Juan Carlos: That’s something that I’ve, kind of uh, I mean, aside from kind of blowing my mind a bit, I’ve been reading this book called Deep Medicine by Eric Topol and it kind of touches on some of those ideas – that we just don't have the brain power and the speed but we can design models that do this for us. And then from there we can create these predictive models, as you were saying, but it does, it also talks a lot about the challenges but in your opinion, what are what do you, what do you feel is like the greatest challenge?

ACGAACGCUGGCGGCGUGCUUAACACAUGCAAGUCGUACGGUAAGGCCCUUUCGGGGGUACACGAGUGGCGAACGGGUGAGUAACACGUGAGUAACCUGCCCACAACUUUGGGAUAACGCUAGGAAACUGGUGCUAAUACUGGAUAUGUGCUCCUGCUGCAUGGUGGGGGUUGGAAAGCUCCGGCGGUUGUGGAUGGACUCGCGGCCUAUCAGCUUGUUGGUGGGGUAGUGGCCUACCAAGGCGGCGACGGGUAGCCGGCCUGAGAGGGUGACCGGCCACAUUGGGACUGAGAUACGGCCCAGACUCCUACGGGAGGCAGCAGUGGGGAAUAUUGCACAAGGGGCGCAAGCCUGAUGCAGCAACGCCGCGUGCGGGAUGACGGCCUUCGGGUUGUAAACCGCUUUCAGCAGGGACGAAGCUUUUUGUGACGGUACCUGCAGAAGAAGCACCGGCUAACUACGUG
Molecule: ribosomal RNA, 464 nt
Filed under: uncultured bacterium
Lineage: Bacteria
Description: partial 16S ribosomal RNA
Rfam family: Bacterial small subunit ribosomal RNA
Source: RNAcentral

Dr. Tolias: I think one immediate challenge is organization and accessibility to the data. You know, for example if you go into a hospital or even a big research organization or even a big biotech company or a firm, I’m not sure they have the data organized in ways that are easily accessible to computer scientists to be able to build these models and the problem right now is, this is a particular problem because these algorithms – not the ones that I’ve been talking about before which is a more vision for the future – but current algorithms work very well with your very large data sets and unless you have this very large data, so, let's say you want to build a system that predicts, maybe better than any radiologist who’s going to get cancer or not from a mammogram and is much more accurate, right? So, it has a much lower false-positive rate and false-negative rates. Now, that algorithm is trained on maybe 10 million data points. It may, like, reach that performance but let’s say it trained on a million, it may not. And then what is the quality of this data? Because it’s going to have to be annotated. For example, we have to have chronic data where we say, you know, this person did this test at this point in time, the doctor decided it was negative. Next year, they came back in and the doctor wasn’t sure and the doctor did a biopsy and it was still negative but this other patient was positive. So, you need these chronic data, so you need a very well-organized system of the data well-annotated by humans, right now and then well-organized in a way that you know, and we're not talking about data sets that are very large necessarily, although they are very large but not very large by computer science standards. Even from my lab, we have much larger data sets that we collect in an experimental lab, but I think they're just not, you know, the way hospitals have been built and the way their software works and the way that data science works, they were not built for this type of deep learning, if you want, or modern AI analysis. They were built for doctors or individual scientists or statisticians to download some of these data for you as a doctor to find this patient, his history, you know, and it was like what a human-based interaction, you know, it wasn’t for large-scale science, and I'm not sure what’s going to solve this problem, you know, I don't think, I think that's a challenge and all that. That's a challenge that everybody, including here at Baylor, is worried about and thinking about and as I said, you know, it would be interesting to see which country or which organization, and it may have to happen at a very large scale at the federal level where someone, you know, gives incentives or motivation for very large-scale project like that. The NIH has projects like that, you know. The other thing is that people understand the importance of these, so there's a lot of open accessibility to the data. For example, I forget, but some hospitals now, as long as the data is deidentified based on regulations that you have to abide by, they want to make them available to the world because, you know, this could save lives, you know. So, many people are very protective of this, and protectionism too, can be bad. People are very protective of their data and other people are not and they work together they’re going to win right? So, it will be interesting to see how these things evolve and also maybe if you want to have impact, especially in a country like the United States that is very multicultural, you have to be careful that this is also, you know, there's no biases built into the model because of different genetic backgrounds or different nutrition in different people. So, it needs to be done in a very sort of organized way, I believe, but in a large scale, and I think that right now is not, uh, it's a challenge as far as I can see. Now, I think there is an improvement in the last few years, like, I think a group from NYU did something with mammograms that had many thousands of images and Google, I think had something like that, recently collaborating with I don’t know how many hospitals. You know, DeepMind is working on that with NIHS.